My Newfound Hero: Alex Honnold

If you’ve never heard of Alex Honnold and are looking for a bit of inspiration this morning, I beg you to read a bit about this man and what he’s accomplished. If you keep up with documentary releases or paid attention to the Oscars this year, you may have seen 2018’s “Free Solo” win an Oscar for best documentary feature last Sunday.

Alex Honnold is a free solo rock climber—he climbs without ropes. The documentary is all about catching the first free solo climb of El Capitan in Yosemite National Park, at 3,200 feet. As someone who is terrified of heights and falling…this was both fascinating and stressful.

I had not heard of this film until after the Oscars. I watch tons of documentaries that come out on Netflix, but I don’t watch the news or anything to keep up with new releases online or at festivals, etc. So this was quite an extraordinary surprise.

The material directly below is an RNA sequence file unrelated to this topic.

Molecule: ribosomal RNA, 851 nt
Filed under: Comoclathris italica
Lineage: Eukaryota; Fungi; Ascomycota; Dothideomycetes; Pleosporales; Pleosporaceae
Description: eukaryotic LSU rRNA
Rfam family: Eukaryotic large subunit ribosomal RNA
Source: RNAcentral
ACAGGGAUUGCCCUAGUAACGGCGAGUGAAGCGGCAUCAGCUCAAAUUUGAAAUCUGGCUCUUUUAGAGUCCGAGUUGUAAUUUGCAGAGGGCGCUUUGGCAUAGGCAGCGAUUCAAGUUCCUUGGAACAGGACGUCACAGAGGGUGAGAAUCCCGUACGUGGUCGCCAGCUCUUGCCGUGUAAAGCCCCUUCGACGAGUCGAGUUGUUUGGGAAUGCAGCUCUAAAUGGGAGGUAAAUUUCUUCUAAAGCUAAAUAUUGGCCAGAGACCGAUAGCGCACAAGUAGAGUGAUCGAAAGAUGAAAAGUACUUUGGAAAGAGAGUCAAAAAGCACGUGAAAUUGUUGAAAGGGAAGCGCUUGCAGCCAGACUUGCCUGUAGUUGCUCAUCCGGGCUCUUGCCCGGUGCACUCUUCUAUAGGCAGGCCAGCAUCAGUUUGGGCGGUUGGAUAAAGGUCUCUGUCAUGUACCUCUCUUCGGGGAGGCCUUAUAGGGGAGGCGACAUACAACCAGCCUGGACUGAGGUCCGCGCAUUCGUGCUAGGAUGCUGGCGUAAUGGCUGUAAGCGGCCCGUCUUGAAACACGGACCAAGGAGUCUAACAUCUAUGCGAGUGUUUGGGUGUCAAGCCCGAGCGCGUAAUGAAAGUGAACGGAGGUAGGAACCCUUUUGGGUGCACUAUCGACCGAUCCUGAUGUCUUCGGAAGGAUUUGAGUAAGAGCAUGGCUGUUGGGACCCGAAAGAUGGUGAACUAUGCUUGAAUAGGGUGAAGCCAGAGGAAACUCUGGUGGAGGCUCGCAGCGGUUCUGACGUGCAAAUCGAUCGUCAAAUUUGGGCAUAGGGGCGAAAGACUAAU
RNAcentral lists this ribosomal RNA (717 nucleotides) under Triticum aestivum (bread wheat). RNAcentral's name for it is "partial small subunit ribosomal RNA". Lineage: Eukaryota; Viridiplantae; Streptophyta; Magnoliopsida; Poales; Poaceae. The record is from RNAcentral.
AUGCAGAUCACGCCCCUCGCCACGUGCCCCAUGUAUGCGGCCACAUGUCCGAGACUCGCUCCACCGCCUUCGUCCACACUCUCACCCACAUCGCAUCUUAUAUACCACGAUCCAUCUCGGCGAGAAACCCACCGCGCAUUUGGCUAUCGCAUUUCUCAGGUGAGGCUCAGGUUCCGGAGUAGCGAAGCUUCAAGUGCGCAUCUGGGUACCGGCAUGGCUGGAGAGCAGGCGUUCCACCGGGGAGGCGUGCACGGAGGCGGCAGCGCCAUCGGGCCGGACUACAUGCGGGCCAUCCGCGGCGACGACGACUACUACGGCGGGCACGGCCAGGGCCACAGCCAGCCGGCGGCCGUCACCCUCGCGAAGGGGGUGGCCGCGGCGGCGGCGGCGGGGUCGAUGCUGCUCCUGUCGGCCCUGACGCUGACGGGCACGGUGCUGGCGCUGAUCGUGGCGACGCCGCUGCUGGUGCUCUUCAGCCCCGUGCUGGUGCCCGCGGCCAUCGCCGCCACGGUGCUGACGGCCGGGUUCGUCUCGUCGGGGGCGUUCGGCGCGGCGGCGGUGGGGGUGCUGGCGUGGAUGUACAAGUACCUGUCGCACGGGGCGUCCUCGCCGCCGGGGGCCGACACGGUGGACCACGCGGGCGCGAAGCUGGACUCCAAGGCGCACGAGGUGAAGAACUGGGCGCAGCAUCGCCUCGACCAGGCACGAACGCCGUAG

Around a year ago, I developed a fascination with Mt. Everest. I read books about the epic accomplishment of surviving a climb to the summit and, more importantly, the climb back down. (According to most documentaries and books I’ve read, most of the deaths on Mt. Everest occur on the attempt back down from the summit, not on the way to the top.)

This documentary tapped back into that fascination, and I went immediately to rent it on YouTube for 48 hours. I ended up watching it three times within that rental period.

The first surprise came as Alex’s mother spoke about how he exhibited signs of Asperger’s as a child. And indeed, throughout the film, it is easy to pick up on many Asperger’s traits which are common in men on the spectrum, and this may be an important source of what are, in my opinion, superpowers.